Carbon monoxide alarms – balanced flue boilers?

Carbon monoxide alarms – balanced flue boilers?

9:16 AM, 22nd September 2022, About 4 days ago 15

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Hi Guys and Gals,

Can’t find a clear answer to “is a CO2 detector required for a modern balanced flue combination gas boiler installed in a purpose-built cupboard on a landing?”.

Some say yes and some say no.

The house in question, 10 years old, has a gas hob/electric oven in kitchen and gas boiler as above.

The flue goes up to the loft and exits out of house in the loft.

Thanks,

Dennis



Comments

David OBryan

13:11 PM, 23rd September 2022, About 3 days ago

Some People get mixed up with C0 and CO2

EECLondon

9:44 AM, 24th September 2022, About 2 days ago

In a private rented dwelling, you need a Carbon Monoxide detector (CO) in any room that contains solid fuel burning equipment (boilers, oil, stoves, log burners etc) except a cooker to comply with the regulations, in your situation I would also fit a detector if there were a bedroom below where a boiler is installed, it is unlikely a person would note the alarm if it installed in the attic. Your gas engineer should verify the satisfactory operation of safety devices that should include a Carbon Monoxide device and it is in date. You do not need a CO2 detector, that is Carbon Dioxide device unless it is for workplace environmental issues such as overcrowding in a space or assemblies.

Jessie Jones View Profile

10:02 AM, 24th September 2022, About 2 days ago

Reply to the comment left by EECLondon at 24/09/2022 - 09:44
EECLondon, your advise is out of date I'm afraid. New regs from 1st Oct extend the requirement to any habitable room containing a gas combustion device, such as a boiler, or gas fire with the exception of gas cookers or hobs. The initial question focuses on whether a cupboard is a habitable room or not.

PH

10:57 AM, 24th September 2022, About 2 days ago

My rental has a gas fire in the living room so there's an alarm in there within 3m of it.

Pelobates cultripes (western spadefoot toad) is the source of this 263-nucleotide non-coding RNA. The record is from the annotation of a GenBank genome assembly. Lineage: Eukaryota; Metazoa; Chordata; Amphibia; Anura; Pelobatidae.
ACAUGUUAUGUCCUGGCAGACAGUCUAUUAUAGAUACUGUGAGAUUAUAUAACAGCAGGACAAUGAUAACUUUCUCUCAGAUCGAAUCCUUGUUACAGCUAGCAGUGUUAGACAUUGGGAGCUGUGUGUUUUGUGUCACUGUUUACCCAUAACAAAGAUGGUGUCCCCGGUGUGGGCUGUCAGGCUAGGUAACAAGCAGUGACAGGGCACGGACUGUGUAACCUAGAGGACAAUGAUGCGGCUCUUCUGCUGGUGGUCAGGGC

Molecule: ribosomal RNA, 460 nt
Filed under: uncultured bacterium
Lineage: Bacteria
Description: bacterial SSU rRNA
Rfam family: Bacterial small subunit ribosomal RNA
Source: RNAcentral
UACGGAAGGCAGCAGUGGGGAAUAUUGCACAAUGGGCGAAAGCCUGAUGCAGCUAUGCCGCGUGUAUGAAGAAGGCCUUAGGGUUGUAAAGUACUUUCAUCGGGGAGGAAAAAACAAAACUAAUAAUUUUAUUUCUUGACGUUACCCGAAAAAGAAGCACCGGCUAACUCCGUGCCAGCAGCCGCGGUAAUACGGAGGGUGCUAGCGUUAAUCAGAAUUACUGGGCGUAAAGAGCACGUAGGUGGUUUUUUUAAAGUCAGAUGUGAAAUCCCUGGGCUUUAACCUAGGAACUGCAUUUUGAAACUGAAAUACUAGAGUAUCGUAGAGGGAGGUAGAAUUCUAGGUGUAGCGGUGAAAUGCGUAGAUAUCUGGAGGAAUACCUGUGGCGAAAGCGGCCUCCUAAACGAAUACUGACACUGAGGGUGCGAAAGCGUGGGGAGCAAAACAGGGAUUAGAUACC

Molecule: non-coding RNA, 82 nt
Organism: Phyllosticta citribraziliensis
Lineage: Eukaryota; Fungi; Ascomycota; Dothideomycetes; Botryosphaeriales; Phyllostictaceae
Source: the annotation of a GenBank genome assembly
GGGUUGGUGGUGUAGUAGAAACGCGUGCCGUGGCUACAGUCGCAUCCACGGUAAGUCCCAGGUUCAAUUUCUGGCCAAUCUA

The boiler is in the airing cupboard within the hallway so there's another alarm in the hallway within 3m of the boiler. Obviously the airing cupboard is not a habitable room but the boiler fumes could seep out into the hallway which is why I've put an alarm there. Better safe than sorry and for very little expense .My conscience is clear .

EECLondon

14:07 PM, 24th September 2022, About 2 days ago

Reply to the comment left by Jessie Jones at 24/09/2022 - 10:02
Extract Interpretation of the Gov web site.
Room
The regulations specifically stipulate that a hall or landing would be classed as a
room.
Room used wholly or partly as living accommodation:
The regulations require a smoke alarm to be installed on every storey of the premises
on which there is a room used wholly or partly as living accommodation.
A carbon monoxide alarm must be installed in any room which is used wholly or partly
as living accommodation and contains a fixed combustion appliance (except gas
cookers).
In general, a room is classed as ‘living accommodation’ if it is used for the primary
purposes of living, or is a room in which a person spends a significant amount of time.
The regulations specifically stipulate that a bathroom or lavatory would be classed as
living accommodation.
Therefore if a person was carrying out work on a heating system or other functional items that may be contained in a loft or attic then it should be protected.

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